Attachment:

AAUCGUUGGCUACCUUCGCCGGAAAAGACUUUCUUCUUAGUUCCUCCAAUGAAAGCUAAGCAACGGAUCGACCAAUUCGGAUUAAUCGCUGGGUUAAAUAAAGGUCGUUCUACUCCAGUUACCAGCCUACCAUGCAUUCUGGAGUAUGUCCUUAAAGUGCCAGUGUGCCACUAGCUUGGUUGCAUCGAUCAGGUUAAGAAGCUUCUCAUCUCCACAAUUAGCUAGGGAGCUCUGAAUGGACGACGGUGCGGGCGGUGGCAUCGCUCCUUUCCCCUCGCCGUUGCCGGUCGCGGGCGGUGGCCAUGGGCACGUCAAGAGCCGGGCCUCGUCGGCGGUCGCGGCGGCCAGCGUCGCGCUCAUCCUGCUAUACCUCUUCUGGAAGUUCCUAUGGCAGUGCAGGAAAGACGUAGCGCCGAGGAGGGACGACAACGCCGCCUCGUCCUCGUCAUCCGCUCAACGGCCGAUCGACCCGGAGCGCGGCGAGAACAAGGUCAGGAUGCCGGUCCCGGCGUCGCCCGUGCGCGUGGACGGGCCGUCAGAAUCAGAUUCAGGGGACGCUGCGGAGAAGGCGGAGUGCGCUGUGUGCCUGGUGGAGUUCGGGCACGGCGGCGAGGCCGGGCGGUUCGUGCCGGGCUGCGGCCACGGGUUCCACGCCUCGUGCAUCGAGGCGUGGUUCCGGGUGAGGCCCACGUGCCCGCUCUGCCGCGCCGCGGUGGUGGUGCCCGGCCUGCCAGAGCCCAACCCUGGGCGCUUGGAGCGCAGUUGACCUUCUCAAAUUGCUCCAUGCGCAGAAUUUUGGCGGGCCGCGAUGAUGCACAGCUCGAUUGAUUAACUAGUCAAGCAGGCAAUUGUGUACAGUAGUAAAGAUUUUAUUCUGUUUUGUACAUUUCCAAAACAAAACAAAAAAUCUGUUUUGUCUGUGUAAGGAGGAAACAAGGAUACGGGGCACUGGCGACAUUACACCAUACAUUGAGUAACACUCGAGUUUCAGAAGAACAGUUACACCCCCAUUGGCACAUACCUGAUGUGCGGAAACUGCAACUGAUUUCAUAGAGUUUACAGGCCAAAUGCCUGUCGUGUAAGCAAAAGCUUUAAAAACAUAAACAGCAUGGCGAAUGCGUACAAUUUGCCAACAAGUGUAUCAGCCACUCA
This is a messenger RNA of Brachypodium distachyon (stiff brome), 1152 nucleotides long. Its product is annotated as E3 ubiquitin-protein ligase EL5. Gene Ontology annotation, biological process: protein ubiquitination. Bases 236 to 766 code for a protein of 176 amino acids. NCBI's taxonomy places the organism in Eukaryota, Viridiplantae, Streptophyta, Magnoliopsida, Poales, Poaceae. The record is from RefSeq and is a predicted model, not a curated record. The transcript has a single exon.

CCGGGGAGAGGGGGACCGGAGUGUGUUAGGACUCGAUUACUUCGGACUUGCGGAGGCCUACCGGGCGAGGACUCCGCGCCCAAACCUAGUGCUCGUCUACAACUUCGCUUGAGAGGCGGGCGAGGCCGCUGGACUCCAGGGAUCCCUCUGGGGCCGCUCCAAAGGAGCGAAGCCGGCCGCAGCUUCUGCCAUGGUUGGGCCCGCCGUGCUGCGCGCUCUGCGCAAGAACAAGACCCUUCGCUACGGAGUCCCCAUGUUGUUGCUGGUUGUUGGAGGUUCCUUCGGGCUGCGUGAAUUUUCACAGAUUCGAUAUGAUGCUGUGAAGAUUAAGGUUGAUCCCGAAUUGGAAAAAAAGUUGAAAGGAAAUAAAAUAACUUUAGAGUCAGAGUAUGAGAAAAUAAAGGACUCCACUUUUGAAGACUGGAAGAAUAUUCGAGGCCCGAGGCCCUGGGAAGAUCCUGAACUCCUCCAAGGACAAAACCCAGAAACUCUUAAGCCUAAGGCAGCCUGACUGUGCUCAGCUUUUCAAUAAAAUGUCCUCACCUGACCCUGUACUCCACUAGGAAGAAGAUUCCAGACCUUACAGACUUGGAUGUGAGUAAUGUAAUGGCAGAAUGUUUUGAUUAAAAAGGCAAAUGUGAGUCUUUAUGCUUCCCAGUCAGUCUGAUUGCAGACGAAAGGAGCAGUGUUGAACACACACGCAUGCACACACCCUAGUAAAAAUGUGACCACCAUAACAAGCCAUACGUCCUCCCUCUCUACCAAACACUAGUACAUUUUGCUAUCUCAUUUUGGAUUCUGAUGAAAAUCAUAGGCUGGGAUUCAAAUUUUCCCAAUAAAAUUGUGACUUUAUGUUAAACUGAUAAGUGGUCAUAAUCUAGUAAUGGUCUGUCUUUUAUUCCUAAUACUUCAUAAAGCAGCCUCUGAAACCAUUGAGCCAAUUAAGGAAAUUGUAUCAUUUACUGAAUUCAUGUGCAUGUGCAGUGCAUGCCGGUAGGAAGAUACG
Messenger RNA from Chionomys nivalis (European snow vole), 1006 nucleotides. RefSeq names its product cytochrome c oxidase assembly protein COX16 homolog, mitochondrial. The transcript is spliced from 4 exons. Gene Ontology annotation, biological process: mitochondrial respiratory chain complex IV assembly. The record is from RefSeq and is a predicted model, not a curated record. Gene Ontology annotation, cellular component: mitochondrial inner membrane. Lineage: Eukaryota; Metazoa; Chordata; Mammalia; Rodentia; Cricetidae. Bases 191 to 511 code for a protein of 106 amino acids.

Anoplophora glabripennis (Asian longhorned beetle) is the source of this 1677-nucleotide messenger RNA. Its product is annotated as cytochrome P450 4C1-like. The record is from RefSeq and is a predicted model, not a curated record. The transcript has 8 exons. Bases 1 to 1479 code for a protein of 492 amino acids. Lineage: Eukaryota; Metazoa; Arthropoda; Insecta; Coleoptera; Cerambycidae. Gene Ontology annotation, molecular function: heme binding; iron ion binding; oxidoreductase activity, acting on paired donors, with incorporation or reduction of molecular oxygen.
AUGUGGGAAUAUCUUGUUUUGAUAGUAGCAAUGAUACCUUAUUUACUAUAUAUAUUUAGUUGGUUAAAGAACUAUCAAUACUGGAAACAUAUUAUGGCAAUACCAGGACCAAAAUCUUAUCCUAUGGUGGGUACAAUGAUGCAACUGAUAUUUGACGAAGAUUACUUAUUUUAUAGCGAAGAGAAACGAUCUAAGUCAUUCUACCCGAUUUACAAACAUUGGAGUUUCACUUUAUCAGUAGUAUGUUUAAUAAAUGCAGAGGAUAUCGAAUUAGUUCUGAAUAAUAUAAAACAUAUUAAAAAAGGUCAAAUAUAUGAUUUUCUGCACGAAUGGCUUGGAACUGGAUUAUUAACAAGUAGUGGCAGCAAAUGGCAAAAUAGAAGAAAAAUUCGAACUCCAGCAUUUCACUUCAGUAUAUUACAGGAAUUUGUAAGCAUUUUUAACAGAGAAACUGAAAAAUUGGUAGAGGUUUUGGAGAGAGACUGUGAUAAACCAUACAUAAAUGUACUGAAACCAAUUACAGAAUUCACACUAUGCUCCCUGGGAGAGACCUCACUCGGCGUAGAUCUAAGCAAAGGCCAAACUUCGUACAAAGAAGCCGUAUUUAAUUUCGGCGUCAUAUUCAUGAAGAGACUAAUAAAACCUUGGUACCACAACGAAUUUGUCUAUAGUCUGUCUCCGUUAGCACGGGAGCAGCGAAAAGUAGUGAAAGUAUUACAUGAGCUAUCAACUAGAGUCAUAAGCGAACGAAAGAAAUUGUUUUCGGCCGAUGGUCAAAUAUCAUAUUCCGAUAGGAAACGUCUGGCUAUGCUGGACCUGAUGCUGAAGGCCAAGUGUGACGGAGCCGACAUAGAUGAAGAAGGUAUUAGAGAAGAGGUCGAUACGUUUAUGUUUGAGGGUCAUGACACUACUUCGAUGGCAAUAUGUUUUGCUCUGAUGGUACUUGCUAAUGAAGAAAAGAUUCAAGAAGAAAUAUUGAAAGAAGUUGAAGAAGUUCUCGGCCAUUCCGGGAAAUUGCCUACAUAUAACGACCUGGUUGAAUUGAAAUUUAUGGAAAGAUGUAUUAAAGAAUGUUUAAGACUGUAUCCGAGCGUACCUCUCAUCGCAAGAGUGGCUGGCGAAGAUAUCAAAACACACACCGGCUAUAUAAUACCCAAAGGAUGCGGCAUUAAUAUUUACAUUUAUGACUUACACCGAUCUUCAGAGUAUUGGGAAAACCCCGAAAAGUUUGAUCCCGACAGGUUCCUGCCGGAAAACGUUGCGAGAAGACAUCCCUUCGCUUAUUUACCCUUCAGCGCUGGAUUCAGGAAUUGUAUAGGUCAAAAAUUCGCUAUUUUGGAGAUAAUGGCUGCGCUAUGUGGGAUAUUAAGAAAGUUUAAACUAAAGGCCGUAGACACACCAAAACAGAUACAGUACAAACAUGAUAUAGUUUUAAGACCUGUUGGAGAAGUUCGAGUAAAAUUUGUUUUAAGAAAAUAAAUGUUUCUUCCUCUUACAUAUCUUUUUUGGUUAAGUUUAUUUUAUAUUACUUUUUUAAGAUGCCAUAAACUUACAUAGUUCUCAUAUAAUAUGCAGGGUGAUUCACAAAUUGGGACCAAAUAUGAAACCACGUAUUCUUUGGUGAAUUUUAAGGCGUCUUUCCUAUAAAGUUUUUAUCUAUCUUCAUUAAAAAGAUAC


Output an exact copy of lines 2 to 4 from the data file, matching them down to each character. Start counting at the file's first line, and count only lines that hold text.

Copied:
This is a messenger RNA of Brachypodium distachyon (stiff brome), 1152 nucleotides long. Its product is annotated as E3 ubiquitin-protein ligase EL5. Gene Ontology annotation, biological process: protein ubiquitination. Bases 236 to 766 code for a protein of 176 amino acids. NCBI's taxonomy places the organism in Eukaryota, Viridiplantae, Streptophyta, Magnoliopsida, Poales, Poaceae. The record is from RefSeq and is a predicted model, not a curated record. The transcript has a single exon.

CCGGGGAGAGGGGGACCGGAGUGUGUUAGGACUCGAUUACUUCGGACUUGCGGAGGCCUACCGGGCGAGGACUCCGCGCCCAAACCUAGUGCUCGUCUACAACUUCGCUUGAGAGGCGGGCGAGGCCGCUGGACUCCAGGGAUCCCUCUGGGGCCGCUCCAAAGGAGCGAAGCCGGCCGCAGCUUCUGCCAUGGUUGGGCCCGCCGUGCUGCGCGCUCUGCGCAAGAACAAGACCCUUCGCUACGGAGUCCCCAUGUUGUUGCUGGUUGUUGGAGGUUCCUUCGGGCUGCGUGAAUUUUCACAGAUUCGAUAUGAUGCUGUGAAGAUUAAGGUUGAUCCCGAAUUGGAAAAAAAGUUGAAAGGAAAUAAAAUAACUUUAGAGUCAGAGUAUGAGAAAAUAAAGGACUCCACUUUUGAAGACUGGAAGAAUAUUCGAGGCCCGAGGCCCUGGGAAGAUCCUGAACUCCUCCAAGGACAAAACCCAGAAACUCUUAAGCCUAAGGCAGCCUGACUGUGCUCAGCUUUUCAAUAAAAUGUCCUCACCUGACCCUGUACUCCACUAGGAAGAAGAUUCCAGACCUUACAGACUUGGAUGUGAGUAAUGUAAUGGCAGAAUGUUUUGAUUAAAAAGGCAAAUGUGAGUCUUUAUGCUUCCCAGUCAGUCUGAUUGCAGACGAAAGGAGCAGUGUUGAACACACACGCAUGCACACACCCUAGUAAAAAUGUGACCACCAUAACAAGCCAUACGUCCUCCCUCUCUACCAAACACUAGUACAUUUUGCUAUCUCAUUUUGGAUUCUGAUGAAAAUCAUAGGCUGGGAUUCAAAUUUUCCCAAUAAAAUUGUGACUUUAUGUUAAACUGAUAAGUGGUCAUAAUCUAGUAAUGGUCUGUCUUUUAUUCCUAAUACUUCAUAAAGCAGCCUCUGAAACCAUUGAGCCAAUUAAGGAAAUUGUAUCAUUUACUGAAUUCAUGUGCAUGUGCAGUGCAUGCCGGUAGGAAGAUACG
Messenger RNA from Chionomys nivalis (European snow vole), 1006 nucleotides. RefSeq names its product cytochrome c oxidase assembly protein COX16 homolog, mitochondrial. The transcript is spliced from 4 exons. Gene Ontology annotation, biological process: mitochondrial respiratory chain complex IV assembly. The record is from RefSeq and is a predicted model, not a curated record. Gene Ontology annotation, cellular component: mitochondrial inner membrane. Lineage: Eukaryota; Metazoa; Chordata; Mammalia; Rodentia; Cricetidae. Bases 191 to 511 code for a protein of 106 amino acids.